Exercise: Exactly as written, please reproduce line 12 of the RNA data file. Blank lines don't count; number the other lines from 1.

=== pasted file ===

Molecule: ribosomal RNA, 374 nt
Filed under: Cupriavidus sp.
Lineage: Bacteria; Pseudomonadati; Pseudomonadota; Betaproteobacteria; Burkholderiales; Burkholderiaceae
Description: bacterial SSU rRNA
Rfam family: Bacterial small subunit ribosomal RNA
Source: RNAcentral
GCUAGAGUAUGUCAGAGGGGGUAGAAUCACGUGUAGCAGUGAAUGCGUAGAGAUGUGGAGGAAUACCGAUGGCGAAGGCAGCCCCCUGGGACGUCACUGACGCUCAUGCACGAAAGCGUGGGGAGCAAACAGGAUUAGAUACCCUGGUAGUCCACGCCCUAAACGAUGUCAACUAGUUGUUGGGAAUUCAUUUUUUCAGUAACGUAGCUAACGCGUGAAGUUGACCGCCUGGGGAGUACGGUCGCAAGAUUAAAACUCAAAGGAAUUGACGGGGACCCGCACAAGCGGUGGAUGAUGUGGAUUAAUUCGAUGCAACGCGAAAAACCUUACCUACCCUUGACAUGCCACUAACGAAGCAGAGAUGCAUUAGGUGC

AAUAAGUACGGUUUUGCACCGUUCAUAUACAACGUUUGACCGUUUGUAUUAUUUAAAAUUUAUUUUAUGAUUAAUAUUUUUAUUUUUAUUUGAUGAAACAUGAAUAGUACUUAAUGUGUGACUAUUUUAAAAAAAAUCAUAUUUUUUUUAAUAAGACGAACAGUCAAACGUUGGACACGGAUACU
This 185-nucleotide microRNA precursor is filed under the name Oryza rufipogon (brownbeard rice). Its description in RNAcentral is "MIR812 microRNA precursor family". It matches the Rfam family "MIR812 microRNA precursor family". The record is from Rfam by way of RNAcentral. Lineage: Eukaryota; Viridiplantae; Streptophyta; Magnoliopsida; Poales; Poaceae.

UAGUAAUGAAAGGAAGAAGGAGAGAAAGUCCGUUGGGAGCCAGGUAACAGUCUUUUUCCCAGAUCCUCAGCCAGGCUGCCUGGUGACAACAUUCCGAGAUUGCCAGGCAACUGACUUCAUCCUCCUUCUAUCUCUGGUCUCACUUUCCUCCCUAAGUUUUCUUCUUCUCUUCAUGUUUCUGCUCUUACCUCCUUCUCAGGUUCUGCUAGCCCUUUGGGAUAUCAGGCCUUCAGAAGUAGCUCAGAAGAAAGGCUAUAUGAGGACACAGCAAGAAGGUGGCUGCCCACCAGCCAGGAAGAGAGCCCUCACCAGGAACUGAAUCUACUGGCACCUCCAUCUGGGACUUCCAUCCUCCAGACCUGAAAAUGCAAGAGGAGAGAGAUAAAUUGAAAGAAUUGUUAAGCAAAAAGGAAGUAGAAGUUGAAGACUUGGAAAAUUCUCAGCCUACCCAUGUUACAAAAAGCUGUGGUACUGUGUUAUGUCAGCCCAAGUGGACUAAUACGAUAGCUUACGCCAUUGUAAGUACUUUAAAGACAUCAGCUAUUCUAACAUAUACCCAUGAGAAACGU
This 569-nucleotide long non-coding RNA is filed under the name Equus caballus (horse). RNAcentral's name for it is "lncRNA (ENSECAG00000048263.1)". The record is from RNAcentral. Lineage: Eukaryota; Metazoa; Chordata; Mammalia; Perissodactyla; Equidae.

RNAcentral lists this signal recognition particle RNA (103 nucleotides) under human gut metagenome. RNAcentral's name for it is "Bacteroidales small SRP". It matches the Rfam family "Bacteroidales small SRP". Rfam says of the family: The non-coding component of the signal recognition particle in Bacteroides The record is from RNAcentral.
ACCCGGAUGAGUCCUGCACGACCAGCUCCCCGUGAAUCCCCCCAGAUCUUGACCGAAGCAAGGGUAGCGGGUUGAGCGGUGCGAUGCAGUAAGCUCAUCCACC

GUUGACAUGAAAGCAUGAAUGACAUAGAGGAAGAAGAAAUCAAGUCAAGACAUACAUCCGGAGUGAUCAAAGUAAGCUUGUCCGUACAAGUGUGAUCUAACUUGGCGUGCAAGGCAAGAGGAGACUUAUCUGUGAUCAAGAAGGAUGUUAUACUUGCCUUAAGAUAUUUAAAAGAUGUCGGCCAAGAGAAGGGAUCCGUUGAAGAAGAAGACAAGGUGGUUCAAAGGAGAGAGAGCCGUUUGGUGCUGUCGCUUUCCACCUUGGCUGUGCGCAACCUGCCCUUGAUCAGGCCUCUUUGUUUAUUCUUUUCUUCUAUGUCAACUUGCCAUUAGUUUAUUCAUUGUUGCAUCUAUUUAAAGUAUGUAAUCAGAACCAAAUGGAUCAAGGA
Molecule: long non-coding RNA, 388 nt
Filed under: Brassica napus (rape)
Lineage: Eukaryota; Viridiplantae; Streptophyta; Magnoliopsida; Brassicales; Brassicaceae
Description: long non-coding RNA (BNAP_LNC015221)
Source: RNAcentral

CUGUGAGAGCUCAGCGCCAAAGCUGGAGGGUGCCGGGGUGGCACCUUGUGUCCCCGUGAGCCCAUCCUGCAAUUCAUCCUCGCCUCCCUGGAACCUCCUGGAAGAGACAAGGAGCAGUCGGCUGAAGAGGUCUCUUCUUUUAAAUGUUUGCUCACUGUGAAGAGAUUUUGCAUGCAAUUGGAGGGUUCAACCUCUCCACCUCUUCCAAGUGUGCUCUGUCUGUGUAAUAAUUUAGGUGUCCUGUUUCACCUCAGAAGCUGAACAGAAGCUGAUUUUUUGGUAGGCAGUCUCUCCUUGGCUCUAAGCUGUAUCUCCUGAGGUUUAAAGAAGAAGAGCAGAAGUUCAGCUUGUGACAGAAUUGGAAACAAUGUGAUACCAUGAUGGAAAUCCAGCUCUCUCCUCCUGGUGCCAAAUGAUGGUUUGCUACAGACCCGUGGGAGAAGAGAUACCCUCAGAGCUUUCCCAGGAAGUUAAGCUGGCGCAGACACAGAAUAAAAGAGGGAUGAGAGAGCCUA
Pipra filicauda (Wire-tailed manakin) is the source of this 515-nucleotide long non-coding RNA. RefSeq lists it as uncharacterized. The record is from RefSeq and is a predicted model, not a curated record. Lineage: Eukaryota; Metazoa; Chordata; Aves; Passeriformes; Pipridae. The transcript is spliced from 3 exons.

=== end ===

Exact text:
RNAcentral lists this signal recognition particle RNA (103 nucleotides) under human gut metagenome. RNAcentral's name for it is "Bacteroidales small SRP". It matches the Rfam family "Bacteroidales small SRP". Rfam says of the family: The non-coding component of the signal recognition particle in Bacteroides The record is from RNAcentral.